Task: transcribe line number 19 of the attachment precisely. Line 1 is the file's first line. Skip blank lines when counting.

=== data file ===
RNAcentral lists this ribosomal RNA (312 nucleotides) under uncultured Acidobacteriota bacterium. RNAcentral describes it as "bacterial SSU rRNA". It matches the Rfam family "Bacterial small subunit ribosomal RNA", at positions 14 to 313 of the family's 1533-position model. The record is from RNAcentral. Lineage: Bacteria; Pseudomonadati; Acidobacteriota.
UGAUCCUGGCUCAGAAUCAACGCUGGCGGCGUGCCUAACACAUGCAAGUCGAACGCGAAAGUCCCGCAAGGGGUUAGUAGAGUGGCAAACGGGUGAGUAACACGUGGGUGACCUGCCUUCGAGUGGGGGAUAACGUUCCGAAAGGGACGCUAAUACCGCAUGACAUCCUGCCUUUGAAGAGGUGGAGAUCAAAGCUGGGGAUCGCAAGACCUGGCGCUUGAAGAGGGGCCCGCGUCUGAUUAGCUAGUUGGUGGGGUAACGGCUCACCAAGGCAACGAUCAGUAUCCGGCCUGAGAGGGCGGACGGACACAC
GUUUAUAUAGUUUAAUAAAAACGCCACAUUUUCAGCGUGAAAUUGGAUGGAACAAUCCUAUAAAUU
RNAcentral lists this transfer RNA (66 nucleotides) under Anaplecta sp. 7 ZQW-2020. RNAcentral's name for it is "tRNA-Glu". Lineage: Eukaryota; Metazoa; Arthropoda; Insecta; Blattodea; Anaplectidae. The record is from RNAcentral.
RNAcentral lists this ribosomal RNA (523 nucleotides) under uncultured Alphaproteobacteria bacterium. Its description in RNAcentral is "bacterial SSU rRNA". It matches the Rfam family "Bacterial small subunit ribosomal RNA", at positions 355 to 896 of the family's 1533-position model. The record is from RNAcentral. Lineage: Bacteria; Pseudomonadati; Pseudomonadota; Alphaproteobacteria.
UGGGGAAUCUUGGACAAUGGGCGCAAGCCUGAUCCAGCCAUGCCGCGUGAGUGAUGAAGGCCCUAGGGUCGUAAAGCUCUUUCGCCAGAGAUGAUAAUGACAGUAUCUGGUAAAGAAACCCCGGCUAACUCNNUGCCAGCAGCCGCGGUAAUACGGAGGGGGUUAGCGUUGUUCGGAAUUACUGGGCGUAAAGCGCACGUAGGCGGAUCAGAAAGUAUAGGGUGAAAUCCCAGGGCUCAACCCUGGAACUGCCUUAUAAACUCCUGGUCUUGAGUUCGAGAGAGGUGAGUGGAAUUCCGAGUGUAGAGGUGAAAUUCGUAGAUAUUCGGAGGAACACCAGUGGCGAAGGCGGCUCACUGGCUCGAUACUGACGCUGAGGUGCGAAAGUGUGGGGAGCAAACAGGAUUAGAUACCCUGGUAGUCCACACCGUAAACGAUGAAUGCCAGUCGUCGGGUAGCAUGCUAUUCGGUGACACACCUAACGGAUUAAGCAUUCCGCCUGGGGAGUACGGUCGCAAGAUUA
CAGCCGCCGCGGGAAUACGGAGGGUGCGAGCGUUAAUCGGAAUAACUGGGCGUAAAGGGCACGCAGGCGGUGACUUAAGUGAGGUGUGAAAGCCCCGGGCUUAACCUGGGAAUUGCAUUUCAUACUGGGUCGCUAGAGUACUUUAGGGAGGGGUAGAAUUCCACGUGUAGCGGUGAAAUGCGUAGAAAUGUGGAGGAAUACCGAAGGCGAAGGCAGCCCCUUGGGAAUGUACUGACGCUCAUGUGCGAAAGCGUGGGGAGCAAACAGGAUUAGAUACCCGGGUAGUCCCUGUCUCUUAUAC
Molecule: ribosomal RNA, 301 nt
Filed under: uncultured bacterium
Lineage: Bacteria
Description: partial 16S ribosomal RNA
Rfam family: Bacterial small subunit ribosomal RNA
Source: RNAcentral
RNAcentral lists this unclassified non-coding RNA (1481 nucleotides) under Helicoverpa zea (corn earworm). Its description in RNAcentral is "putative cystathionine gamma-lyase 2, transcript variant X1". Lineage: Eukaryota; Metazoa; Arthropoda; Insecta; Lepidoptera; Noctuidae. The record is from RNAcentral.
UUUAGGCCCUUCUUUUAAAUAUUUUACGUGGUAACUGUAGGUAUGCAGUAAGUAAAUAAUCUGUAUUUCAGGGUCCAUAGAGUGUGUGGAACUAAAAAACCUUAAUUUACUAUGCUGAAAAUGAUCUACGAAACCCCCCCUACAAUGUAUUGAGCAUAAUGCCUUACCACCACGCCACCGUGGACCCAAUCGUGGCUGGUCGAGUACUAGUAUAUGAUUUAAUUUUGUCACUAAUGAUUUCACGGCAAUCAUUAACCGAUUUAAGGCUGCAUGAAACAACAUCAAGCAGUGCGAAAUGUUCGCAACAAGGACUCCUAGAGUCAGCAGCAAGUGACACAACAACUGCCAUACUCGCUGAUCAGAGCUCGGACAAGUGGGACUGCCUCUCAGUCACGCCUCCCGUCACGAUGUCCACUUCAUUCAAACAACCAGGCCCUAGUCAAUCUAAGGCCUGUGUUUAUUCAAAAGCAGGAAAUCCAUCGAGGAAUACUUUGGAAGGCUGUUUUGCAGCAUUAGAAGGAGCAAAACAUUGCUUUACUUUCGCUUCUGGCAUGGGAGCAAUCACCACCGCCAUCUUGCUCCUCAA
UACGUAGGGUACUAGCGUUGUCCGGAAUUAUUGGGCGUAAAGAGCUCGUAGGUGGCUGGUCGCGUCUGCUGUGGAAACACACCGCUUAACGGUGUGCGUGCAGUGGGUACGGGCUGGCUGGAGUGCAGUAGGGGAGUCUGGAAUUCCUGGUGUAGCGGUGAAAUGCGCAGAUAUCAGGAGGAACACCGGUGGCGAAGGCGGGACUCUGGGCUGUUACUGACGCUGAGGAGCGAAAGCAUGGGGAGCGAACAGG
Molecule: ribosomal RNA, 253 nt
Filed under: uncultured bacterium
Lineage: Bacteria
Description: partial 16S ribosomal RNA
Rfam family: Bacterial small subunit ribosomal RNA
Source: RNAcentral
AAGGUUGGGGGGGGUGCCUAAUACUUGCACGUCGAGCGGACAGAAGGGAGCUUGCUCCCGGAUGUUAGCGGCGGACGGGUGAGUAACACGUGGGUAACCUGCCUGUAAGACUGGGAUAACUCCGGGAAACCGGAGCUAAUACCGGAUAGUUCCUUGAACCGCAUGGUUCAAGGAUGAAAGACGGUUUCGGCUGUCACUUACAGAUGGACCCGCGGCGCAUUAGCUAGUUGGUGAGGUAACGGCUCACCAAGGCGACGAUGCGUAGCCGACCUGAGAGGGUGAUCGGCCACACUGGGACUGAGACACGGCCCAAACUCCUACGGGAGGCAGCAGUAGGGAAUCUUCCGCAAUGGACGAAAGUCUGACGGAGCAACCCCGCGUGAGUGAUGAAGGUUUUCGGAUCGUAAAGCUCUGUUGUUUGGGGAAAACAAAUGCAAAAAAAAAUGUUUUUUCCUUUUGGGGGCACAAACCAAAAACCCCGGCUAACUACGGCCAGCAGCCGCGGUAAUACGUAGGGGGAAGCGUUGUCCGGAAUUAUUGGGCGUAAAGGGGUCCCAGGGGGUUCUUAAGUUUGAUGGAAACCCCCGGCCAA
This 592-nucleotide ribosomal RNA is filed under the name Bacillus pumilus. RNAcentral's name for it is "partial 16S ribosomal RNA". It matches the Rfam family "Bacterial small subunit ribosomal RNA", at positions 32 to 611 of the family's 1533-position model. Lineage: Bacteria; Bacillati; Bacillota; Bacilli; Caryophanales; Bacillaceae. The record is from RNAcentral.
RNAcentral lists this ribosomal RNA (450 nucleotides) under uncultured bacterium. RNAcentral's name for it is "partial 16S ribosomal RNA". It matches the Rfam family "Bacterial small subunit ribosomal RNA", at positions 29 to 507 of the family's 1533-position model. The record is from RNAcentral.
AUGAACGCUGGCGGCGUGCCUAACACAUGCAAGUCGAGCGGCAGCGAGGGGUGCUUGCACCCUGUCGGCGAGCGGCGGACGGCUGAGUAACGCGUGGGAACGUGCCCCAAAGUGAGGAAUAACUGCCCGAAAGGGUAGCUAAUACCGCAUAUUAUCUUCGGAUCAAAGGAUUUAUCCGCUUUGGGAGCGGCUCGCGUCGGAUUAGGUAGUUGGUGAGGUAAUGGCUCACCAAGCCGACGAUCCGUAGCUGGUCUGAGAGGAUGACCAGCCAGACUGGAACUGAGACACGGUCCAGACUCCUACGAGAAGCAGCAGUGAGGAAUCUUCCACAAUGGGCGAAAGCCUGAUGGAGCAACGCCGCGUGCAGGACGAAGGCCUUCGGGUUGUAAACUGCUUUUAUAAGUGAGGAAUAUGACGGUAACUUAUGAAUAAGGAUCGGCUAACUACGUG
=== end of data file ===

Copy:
Lineage: Bacteria